Sample Sidebar Module

This is a sample module published to the sidebar_top position, using the -sidebar module class suffix. There is also a sidebar_bottom position below the menu.
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Sample Sidebar Module

This is a sample module published to the sidebar_bottom position, using the -sidebar module class suffix. There is also a sidebar_top position below the search.
Breeding
  • Range occupancy : Year round
  • Courtship : Jan-April
  • Eggs laid : Late Feb-late April
  • Clutch size : 1-3 eggs (usually 2)
  • Incubation : 34-46 days (usually 38 days)
  • Brood size : 1-3 young (usually 1 or 2)
  • Nestling period : 10-12 weeks in nest after hatching
  • Fledging : Leave nest early July-August
  • Juvenile Dispersal : Sept-January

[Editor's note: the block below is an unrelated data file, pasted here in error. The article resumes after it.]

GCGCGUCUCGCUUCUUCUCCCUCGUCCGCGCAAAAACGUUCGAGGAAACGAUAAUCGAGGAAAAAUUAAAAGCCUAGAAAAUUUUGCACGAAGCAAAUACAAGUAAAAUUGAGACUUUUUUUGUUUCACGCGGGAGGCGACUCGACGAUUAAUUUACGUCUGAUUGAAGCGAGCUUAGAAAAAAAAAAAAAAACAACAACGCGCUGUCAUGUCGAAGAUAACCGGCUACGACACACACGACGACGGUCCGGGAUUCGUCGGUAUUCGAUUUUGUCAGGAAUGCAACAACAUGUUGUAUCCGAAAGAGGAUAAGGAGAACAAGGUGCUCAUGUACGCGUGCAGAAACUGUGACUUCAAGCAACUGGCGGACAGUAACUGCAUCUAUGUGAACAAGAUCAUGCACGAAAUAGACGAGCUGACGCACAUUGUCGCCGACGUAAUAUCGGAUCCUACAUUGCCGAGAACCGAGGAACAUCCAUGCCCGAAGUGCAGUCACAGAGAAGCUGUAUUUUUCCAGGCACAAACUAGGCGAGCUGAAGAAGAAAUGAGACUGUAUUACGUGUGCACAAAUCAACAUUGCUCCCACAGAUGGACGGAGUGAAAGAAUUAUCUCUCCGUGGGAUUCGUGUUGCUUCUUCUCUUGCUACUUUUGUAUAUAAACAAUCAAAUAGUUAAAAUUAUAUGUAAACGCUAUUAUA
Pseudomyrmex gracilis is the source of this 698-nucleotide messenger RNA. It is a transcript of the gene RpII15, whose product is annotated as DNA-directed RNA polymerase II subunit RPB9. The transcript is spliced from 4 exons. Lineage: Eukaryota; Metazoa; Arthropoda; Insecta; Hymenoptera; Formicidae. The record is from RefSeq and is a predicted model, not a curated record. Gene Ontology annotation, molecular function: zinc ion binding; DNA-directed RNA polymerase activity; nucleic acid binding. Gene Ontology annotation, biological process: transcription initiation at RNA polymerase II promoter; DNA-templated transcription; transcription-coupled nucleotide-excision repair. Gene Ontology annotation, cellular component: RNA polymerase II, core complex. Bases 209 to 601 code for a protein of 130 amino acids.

Like most large, long-lived animals, White-tailed Sea Eagles are slow to mature and have low breeding rates. Sea eagles reach maturity at about five years of age and usually commence breeding at 5-7 years, although birds have bred for the first time as young as three. Individuals acquire the characteristic white tail of the adult at 4-5 years and pair formation may often begin in the year prior to first breeding. Studies of populations with individually marked birds suggest that most form long-term year-round pair bonds. However, when one mate of a pair dies or disappears, s/he is replaced with a new mate. White-tailed Eagles lay 1-3 eggs although most clutches are of two eggs. Both sexes contribute substantially to parental care although females do most incubation and brooding of young chicks. Males bring food for females to feed to young for the first 3-4 weeks after hatching, after which both forage and feed young. Parents provide food for young for some weeks post-fledging before young disperse.